MELD calculation was performed using the formula “MELD=10* (0.957* ln [Creatinine]) + (0.378* ln [Bilirubin]) + (1.12 ln [INR])) + 6.43”. MELD-Na was calculated through the formula “MELD-Na=MELD + 1.32 x (137 - Na) - [0.033 x MELD*(137 - Na)]”. Serum sodium value was corrected for the range of 125-137 mEq/l, according to criteria determined by UNOS (United Network for Organ Sharing). Based on MELD and MELD-Na values, two different classification lists were set up for each blood type (A, B, AB and O). In case of a tie, waiting time in the list was used as the tiebreaker criteria. Based on these two lists, the patient’s position in the classification list was analyzed using MELD-Na compared to the position in the classification list using MELD. In this evaluation it was recorded whether the patient presented a change in position or not and, in case of change, whether it was an improvement of the position or a worsening. Changing the waiting list position in each blood type was also assessed by dividing the patients into three groups according to serum sodium level: hyponatremia (Na<135 mEq/l), normonatremia (Na≥135 mEq/l≤145 mEq/l) and hypernatremia (Na>145 mEq/l).

Statistical analysis

Associations between groups were characterized using inferential statistics through the cross-table independence test and the Fisher›s test. The confidence interval (CI) analysis was performed using the T-Test. Paired sample analysis was performed using the Wilcoxon test. The correlations between the criteria and the changes of positions were evaluated by Spearman’s correlation test. The level of statistical significance was set at 5%. Statistical analysis was performed using the program Action Stat Version 3.4.124.1308 build 3.

RESULTS

A total of 122 patients were included in the study. Clinical characteristics and demographic data are shown in Table 1. The mean age was 51.6 years (ranging from 18 to 68 years). Of the 122 patients, 81 were male and 41 female. Regarding blood type, 62 patients were type A, 9 type B and 51 type O. There were no patients with blood type AB. The average waiting time for the waiting list was 185 days (ranging from 1 to 1647 days). The main causes of liver diseases were alcohol (35%), viral hepatitis (21%), cryptogenic (16%), and fatty liver disease (6%).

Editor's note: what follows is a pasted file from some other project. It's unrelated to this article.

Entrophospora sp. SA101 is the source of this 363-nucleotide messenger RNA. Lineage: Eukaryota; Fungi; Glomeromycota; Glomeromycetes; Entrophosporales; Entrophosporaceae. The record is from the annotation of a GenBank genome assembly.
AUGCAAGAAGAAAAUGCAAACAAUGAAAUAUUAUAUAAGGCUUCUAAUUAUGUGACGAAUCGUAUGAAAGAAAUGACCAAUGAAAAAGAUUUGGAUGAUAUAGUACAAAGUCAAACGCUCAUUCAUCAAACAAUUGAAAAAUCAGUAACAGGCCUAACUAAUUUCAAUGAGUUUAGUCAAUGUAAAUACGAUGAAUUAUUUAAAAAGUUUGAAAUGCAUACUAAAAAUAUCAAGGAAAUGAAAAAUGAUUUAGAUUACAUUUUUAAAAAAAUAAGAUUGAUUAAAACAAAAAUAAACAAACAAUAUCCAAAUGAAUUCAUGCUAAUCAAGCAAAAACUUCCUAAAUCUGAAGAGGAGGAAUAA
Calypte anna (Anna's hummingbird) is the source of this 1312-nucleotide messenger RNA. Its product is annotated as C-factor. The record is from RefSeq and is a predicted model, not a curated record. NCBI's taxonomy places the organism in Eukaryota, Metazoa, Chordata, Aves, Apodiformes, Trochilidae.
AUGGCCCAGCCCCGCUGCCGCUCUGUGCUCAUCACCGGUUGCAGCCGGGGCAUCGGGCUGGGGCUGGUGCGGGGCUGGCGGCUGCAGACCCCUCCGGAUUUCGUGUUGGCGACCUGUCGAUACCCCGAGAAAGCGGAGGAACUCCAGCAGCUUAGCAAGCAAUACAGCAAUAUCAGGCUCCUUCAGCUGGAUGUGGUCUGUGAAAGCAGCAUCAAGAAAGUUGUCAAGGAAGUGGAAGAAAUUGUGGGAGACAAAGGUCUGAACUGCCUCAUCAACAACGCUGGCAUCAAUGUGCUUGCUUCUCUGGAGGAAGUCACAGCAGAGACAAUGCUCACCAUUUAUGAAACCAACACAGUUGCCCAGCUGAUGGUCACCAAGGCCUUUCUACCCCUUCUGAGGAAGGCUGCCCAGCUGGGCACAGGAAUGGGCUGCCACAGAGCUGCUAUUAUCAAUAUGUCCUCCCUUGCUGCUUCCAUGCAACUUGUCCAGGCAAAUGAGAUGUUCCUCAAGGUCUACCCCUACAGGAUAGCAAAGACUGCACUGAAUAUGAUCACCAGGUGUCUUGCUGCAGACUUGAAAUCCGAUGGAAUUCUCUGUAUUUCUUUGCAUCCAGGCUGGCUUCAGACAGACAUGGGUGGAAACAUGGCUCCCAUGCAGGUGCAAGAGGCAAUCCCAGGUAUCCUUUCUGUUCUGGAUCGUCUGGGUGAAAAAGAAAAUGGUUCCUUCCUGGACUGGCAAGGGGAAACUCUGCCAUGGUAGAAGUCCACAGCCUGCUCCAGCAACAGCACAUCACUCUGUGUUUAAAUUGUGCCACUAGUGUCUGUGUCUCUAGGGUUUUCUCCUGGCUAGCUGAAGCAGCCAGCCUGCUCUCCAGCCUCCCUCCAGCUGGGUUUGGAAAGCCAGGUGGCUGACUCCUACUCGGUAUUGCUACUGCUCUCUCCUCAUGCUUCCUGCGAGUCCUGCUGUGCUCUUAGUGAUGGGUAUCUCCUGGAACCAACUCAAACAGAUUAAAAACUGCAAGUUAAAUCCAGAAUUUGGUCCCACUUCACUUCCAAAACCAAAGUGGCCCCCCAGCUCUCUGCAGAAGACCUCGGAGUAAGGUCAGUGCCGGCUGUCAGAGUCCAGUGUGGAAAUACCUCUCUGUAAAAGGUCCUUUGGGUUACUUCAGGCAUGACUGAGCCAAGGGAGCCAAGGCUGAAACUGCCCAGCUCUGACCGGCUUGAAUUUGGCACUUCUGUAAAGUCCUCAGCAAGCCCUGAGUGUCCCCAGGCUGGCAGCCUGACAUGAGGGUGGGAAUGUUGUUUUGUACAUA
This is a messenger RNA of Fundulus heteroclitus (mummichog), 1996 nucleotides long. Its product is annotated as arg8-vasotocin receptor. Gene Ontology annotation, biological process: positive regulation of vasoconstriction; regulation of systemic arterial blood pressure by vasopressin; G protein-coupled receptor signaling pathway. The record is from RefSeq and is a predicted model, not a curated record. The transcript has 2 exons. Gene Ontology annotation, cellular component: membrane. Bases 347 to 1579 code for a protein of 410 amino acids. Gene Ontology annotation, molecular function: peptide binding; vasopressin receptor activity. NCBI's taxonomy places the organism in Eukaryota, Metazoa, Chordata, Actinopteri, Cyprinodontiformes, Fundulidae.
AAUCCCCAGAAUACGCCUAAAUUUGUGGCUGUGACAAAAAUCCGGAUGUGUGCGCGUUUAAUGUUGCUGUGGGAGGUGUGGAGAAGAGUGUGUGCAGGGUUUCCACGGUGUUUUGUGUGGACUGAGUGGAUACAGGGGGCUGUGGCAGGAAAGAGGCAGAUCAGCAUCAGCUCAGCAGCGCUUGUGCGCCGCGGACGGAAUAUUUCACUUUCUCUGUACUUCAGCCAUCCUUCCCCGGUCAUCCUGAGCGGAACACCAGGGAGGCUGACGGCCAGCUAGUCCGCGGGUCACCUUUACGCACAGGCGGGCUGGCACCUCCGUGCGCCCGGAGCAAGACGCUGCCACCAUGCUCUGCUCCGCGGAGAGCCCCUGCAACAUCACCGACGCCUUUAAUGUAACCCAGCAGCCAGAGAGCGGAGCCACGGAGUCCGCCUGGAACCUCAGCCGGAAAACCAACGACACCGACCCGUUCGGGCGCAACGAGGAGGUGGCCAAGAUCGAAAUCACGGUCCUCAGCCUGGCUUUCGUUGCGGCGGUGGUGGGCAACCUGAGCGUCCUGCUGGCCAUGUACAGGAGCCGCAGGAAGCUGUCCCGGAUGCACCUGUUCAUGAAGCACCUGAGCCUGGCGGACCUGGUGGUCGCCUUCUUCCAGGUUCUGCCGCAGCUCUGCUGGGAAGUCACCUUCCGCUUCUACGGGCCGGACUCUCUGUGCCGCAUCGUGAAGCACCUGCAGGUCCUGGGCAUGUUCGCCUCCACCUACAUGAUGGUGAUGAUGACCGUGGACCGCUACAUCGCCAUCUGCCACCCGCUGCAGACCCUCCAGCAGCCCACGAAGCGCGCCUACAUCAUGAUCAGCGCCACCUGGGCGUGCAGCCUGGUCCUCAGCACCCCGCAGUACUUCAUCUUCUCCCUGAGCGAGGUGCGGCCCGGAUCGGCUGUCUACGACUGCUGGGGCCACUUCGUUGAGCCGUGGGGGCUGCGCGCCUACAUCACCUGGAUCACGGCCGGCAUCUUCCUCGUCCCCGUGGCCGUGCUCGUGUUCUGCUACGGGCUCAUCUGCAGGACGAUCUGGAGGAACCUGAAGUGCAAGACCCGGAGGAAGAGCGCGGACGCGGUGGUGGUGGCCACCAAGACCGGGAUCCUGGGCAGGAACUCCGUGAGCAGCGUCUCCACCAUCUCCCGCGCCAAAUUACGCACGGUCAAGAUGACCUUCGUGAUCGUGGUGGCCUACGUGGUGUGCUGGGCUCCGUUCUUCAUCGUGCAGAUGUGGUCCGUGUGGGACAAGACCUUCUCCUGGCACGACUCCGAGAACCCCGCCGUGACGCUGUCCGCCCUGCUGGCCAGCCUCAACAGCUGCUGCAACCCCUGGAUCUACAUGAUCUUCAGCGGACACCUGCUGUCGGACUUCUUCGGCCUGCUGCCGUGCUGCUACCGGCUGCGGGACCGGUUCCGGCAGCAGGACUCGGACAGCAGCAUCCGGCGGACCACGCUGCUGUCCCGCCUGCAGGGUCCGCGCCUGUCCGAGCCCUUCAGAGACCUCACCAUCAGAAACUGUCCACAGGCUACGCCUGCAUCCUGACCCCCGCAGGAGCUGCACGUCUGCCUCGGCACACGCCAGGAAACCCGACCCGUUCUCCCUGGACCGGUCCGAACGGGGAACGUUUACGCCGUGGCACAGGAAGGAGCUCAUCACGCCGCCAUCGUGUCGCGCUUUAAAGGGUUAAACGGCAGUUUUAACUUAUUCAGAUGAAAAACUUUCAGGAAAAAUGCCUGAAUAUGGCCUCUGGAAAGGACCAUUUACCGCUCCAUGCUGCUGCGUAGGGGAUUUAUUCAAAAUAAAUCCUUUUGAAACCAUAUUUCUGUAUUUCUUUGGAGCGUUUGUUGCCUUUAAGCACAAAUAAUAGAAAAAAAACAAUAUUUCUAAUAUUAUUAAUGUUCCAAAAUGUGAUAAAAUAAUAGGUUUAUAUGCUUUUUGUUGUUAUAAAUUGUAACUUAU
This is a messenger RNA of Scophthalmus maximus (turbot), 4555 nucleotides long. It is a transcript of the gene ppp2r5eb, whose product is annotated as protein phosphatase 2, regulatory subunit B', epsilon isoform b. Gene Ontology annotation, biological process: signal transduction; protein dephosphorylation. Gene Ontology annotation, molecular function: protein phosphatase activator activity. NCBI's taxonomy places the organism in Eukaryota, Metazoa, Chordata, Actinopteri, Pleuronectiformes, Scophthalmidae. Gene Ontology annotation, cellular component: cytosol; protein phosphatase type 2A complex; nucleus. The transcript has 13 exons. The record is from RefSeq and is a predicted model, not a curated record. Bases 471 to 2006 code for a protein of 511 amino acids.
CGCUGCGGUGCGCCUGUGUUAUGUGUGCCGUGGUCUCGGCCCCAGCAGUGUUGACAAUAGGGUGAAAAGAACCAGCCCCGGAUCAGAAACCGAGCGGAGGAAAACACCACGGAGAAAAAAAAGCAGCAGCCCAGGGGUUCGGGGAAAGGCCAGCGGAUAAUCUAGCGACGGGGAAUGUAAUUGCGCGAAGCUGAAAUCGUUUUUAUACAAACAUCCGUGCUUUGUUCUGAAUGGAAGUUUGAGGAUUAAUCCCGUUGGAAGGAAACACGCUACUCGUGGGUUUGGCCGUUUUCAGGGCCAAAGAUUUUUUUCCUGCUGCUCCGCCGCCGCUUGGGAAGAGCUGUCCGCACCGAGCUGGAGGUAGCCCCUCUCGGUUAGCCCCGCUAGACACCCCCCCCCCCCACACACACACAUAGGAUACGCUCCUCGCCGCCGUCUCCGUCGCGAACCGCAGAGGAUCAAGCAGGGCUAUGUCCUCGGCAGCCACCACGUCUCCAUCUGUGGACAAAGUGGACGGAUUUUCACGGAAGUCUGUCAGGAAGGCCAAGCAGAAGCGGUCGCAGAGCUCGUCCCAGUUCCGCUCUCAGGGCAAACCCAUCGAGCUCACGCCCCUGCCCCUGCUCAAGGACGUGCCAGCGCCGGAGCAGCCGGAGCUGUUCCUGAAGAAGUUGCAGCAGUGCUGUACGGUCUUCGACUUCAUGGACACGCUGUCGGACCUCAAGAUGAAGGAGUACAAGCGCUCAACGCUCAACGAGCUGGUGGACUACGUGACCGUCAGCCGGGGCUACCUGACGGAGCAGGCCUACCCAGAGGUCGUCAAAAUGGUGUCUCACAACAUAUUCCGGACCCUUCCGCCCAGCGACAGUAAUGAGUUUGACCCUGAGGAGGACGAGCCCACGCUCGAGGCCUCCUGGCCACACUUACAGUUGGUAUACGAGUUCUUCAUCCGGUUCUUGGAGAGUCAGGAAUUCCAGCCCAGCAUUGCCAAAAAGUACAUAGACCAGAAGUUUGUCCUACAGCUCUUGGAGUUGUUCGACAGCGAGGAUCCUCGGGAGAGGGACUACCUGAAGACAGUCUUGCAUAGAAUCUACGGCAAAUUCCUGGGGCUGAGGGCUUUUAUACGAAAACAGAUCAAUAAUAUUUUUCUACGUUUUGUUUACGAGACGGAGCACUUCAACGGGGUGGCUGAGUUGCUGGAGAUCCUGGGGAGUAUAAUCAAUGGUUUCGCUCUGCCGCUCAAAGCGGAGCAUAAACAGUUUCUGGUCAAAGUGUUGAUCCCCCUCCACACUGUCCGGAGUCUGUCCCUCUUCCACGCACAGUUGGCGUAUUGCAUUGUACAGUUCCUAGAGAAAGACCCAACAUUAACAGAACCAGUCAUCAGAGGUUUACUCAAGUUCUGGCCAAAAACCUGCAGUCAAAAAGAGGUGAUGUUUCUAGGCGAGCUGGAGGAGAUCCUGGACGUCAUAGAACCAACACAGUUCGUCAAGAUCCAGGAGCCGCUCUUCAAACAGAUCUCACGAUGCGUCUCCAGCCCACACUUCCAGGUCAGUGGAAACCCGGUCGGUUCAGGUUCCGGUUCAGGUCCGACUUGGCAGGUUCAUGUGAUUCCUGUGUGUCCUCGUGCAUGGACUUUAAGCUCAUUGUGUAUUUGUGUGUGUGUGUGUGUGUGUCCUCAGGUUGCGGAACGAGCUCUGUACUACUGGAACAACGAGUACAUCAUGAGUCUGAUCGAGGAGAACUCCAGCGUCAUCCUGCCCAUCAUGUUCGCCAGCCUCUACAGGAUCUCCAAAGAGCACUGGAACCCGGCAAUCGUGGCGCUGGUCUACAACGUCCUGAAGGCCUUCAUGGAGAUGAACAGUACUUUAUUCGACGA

TABLE 1
Patients clinical characteristics and demographic data

The mean serum creatinine was 0.92 mg/dl, the mean total bilirubin was 2.96 mg/dl and the mean INR was 1.5. Serum sodium had an average value of 137.88 mEq/l (ranging from 121 to 146).

The mean MELD value was 15.09, and the MELD-Na was 16.01. The difference between the MELD and MELD-Na values are shown in Figure 1, and the mean variation was 0.93. Among patients with hyponatremia (Na<135 mEq/l), the mean variation was 4.1 (ranging from 2 to 10).

FIGURE 1
Differences between the value of MELD and MELD-Na

General evaluation of all 122 patients in whom MELD-Na was applied showed six (4.9%) remaining in the same position on the waiting list, 79 (64.8%) presented worse positions and 37 (30.3%) better positions (Figure 2). It was observed a statistical difference between the two lists (p=0.02).